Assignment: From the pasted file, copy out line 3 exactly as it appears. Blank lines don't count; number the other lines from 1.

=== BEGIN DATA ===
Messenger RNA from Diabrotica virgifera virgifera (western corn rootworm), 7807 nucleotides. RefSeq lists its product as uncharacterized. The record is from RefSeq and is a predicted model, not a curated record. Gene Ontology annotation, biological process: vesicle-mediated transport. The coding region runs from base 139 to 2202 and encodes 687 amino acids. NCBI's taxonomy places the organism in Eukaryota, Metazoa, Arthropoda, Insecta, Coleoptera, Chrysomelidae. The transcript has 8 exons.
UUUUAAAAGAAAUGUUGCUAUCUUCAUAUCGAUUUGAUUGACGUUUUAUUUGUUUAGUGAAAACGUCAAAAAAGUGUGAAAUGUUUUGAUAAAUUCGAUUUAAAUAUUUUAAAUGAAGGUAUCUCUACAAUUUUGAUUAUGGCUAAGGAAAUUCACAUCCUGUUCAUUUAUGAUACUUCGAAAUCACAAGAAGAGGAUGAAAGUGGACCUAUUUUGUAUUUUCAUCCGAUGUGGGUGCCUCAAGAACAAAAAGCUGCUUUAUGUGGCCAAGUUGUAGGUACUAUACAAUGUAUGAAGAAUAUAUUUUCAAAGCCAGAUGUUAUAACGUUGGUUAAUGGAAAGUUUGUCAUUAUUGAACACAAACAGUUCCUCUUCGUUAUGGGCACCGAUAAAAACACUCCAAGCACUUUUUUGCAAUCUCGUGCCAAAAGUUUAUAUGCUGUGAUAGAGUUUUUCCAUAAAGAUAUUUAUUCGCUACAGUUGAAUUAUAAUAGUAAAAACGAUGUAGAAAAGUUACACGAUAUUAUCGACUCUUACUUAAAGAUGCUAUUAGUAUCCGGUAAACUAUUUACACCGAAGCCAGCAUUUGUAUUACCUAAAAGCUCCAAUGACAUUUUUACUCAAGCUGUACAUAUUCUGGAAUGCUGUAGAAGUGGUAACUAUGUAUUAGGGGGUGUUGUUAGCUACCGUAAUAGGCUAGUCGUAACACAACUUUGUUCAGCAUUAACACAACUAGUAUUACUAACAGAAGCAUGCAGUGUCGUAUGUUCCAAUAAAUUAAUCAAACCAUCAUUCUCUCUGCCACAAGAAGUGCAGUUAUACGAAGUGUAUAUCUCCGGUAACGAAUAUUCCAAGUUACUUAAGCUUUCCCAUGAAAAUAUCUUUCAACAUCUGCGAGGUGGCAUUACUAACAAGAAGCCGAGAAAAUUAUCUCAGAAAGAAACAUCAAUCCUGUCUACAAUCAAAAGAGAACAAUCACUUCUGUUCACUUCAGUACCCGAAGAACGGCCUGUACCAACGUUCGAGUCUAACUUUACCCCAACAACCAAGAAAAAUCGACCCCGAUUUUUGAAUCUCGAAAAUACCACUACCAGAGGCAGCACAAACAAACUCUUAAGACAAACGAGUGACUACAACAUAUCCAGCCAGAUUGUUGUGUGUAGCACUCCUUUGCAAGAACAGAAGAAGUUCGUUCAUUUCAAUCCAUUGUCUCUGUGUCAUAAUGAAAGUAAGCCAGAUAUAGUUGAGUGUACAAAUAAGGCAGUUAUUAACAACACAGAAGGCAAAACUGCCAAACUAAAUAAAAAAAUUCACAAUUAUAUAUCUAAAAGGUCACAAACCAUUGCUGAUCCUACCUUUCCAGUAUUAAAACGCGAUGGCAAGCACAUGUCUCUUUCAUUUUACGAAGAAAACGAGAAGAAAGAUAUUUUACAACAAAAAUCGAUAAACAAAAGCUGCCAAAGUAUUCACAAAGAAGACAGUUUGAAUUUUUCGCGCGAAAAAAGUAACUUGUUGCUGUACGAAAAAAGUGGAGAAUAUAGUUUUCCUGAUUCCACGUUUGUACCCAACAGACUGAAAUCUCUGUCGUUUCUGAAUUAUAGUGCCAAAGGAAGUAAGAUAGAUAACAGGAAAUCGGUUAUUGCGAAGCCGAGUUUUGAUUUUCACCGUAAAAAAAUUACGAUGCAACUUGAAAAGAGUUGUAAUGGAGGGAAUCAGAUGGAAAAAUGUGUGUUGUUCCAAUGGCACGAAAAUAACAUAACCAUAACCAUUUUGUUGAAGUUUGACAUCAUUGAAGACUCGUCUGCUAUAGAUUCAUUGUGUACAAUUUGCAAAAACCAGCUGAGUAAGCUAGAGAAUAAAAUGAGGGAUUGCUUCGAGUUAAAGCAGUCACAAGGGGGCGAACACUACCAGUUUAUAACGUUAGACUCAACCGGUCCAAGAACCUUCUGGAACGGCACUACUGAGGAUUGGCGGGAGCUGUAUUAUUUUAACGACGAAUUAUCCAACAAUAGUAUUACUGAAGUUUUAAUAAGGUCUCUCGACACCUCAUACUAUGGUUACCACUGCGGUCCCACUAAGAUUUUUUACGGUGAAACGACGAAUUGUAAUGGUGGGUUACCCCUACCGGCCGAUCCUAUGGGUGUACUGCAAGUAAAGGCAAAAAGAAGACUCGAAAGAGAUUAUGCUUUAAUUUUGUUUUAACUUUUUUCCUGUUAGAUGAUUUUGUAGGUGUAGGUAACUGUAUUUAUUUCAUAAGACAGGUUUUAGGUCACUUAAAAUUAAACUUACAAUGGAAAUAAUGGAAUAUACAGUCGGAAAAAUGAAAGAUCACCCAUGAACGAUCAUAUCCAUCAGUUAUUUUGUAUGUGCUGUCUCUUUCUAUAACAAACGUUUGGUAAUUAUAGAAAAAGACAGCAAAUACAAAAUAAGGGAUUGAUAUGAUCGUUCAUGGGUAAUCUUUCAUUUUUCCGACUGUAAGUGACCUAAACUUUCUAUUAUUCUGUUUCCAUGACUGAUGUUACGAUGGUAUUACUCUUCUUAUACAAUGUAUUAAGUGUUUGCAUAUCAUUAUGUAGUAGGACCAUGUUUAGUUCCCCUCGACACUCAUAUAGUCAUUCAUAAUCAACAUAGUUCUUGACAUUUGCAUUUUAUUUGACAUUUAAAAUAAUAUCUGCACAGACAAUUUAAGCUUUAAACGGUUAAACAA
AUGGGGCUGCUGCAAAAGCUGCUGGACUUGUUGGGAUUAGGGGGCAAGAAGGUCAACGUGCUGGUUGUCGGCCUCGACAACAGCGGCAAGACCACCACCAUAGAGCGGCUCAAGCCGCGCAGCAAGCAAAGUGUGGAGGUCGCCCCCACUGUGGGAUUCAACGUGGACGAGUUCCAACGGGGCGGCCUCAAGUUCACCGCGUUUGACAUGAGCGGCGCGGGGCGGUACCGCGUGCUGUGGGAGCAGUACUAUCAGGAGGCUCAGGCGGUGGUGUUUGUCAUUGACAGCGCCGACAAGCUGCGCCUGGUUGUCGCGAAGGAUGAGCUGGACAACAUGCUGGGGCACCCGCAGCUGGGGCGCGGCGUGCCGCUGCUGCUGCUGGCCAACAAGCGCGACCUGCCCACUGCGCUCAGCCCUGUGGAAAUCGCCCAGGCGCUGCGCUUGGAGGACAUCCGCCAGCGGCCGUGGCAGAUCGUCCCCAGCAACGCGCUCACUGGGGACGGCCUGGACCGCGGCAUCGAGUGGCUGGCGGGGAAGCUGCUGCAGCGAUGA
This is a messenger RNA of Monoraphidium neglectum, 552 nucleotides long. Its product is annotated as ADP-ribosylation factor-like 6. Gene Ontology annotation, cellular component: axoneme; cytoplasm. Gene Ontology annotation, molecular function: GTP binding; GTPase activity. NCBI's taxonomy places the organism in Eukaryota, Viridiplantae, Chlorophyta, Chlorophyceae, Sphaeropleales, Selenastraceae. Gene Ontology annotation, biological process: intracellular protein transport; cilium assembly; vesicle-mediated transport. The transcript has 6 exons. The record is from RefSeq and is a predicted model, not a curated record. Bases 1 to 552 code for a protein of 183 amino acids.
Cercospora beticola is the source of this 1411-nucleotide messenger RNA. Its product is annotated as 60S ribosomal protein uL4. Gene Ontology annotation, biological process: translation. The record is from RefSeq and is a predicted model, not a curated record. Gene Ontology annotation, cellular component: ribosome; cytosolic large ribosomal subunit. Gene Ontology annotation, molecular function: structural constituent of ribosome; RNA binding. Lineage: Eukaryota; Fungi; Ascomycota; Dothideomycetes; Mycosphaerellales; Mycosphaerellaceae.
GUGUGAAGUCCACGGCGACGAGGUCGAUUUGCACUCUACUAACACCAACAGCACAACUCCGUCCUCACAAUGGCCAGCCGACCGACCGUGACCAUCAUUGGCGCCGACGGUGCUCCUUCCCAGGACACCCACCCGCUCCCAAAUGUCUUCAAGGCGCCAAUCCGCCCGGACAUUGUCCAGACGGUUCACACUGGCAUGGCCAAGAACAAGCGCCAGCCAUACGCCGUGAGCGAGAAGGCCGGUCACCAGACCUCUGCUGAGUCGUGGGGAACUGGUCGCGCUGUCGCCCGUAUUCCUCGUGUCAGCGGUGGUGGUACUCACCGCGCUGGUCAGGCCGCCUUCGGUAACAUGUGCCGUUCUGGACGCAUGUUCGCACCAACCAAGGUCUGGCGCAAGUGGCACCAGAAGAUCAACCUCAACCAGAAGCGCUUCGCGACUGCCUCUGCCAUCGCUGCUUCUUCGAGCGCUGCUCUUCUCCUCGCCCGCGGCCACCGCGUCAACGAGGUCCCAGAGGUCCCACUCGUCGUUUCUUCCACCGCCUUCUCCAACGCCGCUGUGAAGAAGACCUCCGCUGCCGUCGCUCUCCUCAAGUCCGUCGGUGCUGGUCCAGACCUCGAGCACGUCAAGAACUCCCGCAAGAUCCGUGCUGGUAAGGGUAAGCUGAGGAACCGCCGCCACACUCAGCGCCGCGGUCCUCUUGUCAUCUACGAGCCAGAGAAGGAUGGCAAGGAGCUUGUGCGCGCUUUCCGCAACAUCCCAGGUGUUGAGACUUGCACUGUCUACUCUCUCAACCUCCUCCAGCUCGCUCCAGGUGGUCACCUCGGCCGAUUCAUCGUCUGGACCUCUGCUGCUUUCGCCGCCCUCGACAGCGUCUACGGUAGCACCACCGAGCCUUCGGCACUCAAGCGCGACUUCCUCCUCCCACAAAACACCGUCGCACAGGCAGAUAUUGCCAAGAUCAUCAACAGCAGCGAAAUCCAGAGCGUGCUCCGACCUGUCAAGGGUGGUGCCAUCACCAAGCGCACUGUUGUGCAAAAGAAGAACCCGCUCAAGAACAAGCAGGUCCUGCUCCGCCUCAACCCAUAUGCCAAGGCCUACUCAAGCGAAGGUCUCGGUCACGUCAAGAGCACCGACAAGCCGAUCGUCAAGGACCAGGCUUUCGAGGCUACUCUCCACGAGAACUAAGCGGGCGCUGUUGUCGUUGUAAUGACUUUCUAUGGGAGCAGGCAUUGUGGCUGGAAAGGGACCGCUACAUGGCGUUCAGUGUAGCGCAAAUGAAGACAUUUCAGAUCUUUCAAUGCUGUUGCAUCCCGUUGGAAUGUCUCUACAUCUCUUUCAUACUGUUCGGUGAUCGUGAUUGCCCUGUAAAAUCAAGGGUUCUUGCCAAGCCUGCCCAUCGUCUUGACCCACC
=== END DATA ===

AUGGGGCUGCUGCAAAAGCUGCUGGACUUGUUGGGAUUAGGGGGCAAGAAGGUCAACGUGCUGGUUGUCGGCCUCGACAACAGCGGCAAGACCACCACCAUAGAGCGGCUCAAGCCGCGCAGCAAGCAAAGUGUGGAGGUCGCCCCCACUGUGGGAUUCAACGUGGACGAGUUCCAACGGGGCGGCCUCAAGUUCACCGCGUUUGACAUGAGCGGCGCGGGGCGGUACCGCGUGCUGUGGGAGCAGUACUAUCAGGAGGCUCAGGCGGUGGUGUUUGUCAUUGACAGCGCCGACAAGCUGCGCCUGGUUGUCGCGAAGGAUGAGCUGGACAACAUGCUGGGGCACCCGCAGCUGGGGCGCGGCGUGCCGCUGCUGCUGCUGGCCAACAAGCGCGACCUGCCCACUGCGCUCAGCCCUGUGGAAAUCGCCCAGGCGCUGCGCUUGGAGGACAUCCGCCAGCGGCCGUGGCAGAUCGUCCCCAGCAACGCGCUCACUGGGGACGGCCUGGACCGCGGCAUCGAGUGGCUGGCGGGGAAGCUGCUGCAGCGAUGA